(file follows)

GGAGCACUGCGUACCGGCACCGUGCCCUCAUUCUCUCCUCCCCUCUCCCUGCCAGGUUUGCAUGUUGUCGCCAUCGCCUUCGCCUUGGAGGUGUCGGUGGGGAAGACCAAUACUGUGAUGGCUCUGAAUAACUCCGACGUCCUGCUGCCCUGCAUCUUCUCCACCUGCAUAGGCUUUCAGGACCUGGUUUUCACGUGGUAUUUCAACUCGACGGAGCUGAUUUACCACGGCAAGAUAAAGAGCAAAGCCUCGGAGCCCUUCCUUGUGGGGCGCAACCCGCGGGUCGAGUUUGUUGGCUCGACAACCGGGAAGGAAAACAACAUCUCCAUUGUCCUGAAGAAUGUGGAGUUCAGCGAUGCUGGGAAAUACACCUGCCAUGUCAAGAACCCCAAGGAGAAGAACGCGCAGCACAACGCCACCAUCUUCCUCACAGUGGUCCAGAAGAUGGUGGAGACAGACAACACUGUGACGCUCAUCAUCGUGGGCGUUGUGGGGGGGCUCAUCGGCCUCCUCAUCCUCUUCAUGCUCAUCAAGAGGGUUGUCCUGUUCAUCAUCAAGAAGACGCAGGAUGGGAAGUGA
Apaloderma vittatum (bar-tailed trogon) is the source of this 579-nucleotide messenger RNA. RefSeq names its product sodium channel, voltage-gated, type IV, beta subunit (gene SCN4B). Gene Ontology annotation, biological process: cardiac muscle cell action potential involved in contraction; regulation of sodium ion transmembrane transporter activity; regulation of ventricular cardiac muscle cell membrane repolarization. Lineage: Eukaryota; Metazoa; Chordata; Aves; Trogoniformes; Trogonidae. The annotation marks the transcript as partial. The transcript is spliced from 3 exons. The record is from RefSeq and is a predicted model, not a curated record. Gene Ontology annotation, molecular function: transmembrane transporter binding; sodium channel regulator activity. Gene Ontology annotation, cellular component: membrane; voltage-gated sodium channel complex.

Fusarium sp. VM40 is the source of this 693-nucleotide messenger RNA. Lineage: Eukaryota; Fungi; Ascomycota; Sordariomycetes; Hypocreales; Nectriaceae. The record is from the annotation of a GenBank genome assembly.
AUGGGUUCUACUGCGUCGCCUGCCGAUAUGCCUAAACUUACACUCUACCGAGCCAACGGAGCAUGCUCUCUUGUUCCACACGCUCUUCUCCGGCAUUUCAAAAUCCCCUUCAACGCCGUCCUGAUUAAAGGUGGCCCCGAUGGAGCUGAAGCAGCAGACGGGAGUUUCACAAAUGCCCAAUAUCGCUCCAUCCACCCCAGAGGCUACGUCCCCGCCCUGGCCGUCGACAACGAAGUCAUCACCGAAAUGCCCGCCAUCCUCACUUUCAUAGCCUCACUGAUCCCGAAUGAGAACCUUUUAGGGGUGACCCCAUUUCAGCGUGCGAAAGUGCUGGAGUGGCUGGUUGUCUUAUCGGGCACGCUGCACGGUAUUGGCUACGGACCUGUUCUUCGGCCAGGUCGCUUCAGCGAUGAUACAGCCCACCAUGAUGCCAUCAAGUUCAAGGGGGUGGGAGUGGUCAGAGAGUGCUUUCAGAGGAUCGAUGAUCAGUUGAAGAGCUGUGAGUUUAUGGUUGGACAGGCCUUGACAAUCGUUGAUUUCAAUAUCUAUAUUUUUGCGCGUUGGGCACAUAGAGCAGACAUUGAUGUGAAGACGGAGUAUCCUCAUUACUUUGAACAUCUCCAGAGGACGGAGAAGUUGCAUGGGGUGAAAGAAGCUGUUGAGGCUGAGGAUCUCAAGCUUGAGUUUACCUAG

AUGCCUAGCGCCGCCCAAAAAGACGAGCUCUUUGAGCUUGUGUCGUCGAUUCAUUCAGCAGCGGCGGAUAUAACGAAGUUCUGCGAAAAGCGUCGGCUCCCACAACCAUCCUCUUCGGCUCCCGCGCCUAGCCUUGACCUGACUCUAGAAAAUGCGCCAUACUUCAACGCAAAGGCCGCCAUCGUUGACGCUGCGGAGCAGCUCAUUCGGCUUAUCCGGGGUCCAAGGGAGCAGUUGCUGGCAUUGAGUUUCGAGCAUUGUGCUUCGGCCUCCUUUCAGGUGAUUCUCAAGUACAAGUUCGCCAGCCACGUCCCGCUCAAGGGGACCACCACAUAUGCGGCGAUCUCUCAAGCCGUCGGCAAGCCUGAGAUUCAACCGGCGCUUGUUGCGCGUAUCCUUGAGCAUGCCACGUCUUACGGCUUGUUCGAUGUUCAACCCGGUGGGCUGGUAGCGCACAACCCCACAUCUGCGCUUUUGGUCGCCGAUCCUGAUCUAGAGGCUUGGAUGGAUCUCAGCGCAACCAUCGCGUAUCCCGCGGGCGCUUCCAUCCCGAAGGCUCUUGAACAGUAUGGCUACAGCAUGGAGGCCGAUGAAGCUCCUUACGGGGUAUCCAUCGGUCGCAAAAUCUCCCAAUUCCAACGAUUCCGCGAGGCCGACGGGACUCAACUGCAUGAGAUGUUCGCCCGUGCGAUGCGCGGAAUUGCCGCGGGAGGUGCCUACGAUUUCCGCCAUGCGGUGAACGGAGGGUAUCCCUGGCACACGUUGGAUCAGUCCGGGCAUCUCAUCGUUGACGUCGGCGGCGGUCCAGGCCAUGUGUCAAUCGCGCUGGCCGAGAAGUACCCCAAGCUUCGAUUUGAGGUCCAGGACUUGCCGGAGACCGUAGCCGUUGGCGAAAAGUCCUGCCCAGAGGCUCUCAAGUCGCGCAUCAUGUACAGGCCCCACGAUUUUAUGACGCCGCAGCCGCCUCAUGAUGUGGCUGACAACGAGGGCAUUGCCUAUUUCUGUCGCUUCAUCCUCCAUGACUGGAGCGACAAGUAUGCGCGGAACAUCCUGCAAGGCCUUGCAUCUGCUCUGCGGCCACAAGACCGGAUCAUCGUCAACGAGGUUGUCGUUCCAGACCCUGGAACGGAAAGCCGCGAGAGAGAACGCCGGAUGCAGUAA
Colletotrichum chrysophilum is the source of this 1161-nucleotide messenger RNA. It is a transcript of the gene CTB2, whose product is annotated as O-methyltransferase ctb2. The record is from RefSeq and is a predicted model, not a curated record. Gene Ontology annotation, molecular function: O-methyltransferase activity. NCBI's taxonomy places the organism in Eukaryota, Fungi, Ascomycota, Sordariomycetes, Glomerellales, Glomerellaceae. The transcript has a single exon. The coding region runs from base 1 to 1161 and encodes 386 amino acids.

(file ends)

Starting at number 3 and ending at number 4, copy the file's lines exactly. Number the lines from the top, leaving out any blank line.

Fusarium sp. VM40 is the source of this 693-nucleotide messenger RNA. Lineage: Eukaryota; Fungi; Ascomycota; Sordariomycetes; Hypocreales; Nectriaceae. The record is from the annotation of a GenBank genome assembly.
AUGGGUUCUACUGCGUCGCCUGCCGAUAUGCCUAAACUUACACUCUACCGAGCCAACGGAGCAUGCUCUCUUGUUCCACACGCUCUUCUCCGGCAUUUCAAAAUCCCCUUCAACGCCGUCCUGAUUAAAGGUGGCCCCGAUGGAGCUGAAGCAGCAGACGGGAGUUUCACAAAUGCCCAAUAUCGCUCCAUCCACCCCAGAGGCUACGUCCCCGCCCUGGCCGUCGACAACGAAGUCAUCACCGAAAUGCCCGCCAUCCUCACUUUCAUAGCCUCACUGAUCCCGAAUGAGAACCUUUUAGGGGUGACCCCAUUUCAGCGUGCGAAAGUGCUGGAGUGGCUGGUUGUCUUAUCGGGCACGCUGCACGGUAUUGGCUACGGACCUGUUCUUCGGCCAGGUCGCUUCAGCGAUGAUACAGCCCACCAUGAUGCCAUCAAGUUCAAGGGGGUGGGAGUGGUCAGAGAGUGCUUUCAGAGGAUCGAUGAUCAGUUGAAGAGCUGUGAGUUUAUGGUUGGACAGGCCUUGACAAUCGUUGAUUUCAAUAUCUAUAUUUUUGCGCGUUGGGCACAUAGAGCAGACAUUGAUGUGAAGACGGAGUAUCCUCAUUACUUUGAACAUCUCCAGAGGACGGAGAAGUUGCAUGGGGUGAAAGAAGCUGUUGAGGCUGAGGAUCUCAAGCUUGAGUUUACCUAG